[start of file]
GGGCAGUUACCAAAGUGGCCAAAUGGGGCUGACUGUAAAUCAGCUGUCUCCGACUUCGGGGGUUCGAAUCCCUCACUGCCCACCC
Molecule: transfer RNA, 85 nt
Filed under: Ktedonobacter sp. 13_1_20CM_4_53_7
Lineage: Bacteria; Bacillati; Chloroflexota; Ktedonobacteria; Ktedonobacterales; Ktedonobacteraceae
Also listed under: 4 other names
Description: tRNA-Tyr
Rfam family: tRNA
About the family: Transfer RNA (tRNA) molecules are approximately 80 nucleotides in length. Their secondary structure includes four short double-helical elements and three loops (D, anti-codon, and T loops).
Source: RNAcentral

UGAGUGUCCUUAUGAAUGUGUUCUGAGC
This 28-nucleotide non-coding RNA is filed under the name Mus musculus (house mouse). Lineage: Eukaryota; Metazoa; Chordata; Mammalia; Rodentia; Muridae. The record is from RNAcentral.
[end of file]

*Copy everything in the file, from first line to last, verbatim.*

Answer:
GGGCAGUUACCAAAGUGGCCAAAUGGGGCUGACUGUAAAUCAGCUGUCUCCGACUUCGGGGGUUCGAAUCCCUCACUGCCCACCC
Molecule: transfer RNA, 85 nt
Filed under: Ktedonobacter sp. 13_1_20CM_4_53_7
Lineage: Bacteria; Bacillati; Chloroflexota; Ktedonobacteria; Ktedonobacterales; Ktedonobacteraceae
Also listed under: 4 other names
Description: tRNA-Tyr
Rfam family: tRNA
About the family: Transfer RNA (tRNA) molecules are approximately 80 nucleotides in length. Their secondary structure includes four short double-helical elements and three loops (D, anti-codon, and T loops).
Source: RNAcentral

UGAGUGUCCUUAUGAAUGUGUUCUGAGC
This 28-nucleotide non-coding RNA is filed under the name Mus musculus (house mouse). Lineage: Eukaryota; Metazoa; Chordata; Mammalia; Rodentia; Muridae. The record is from RNAcentral.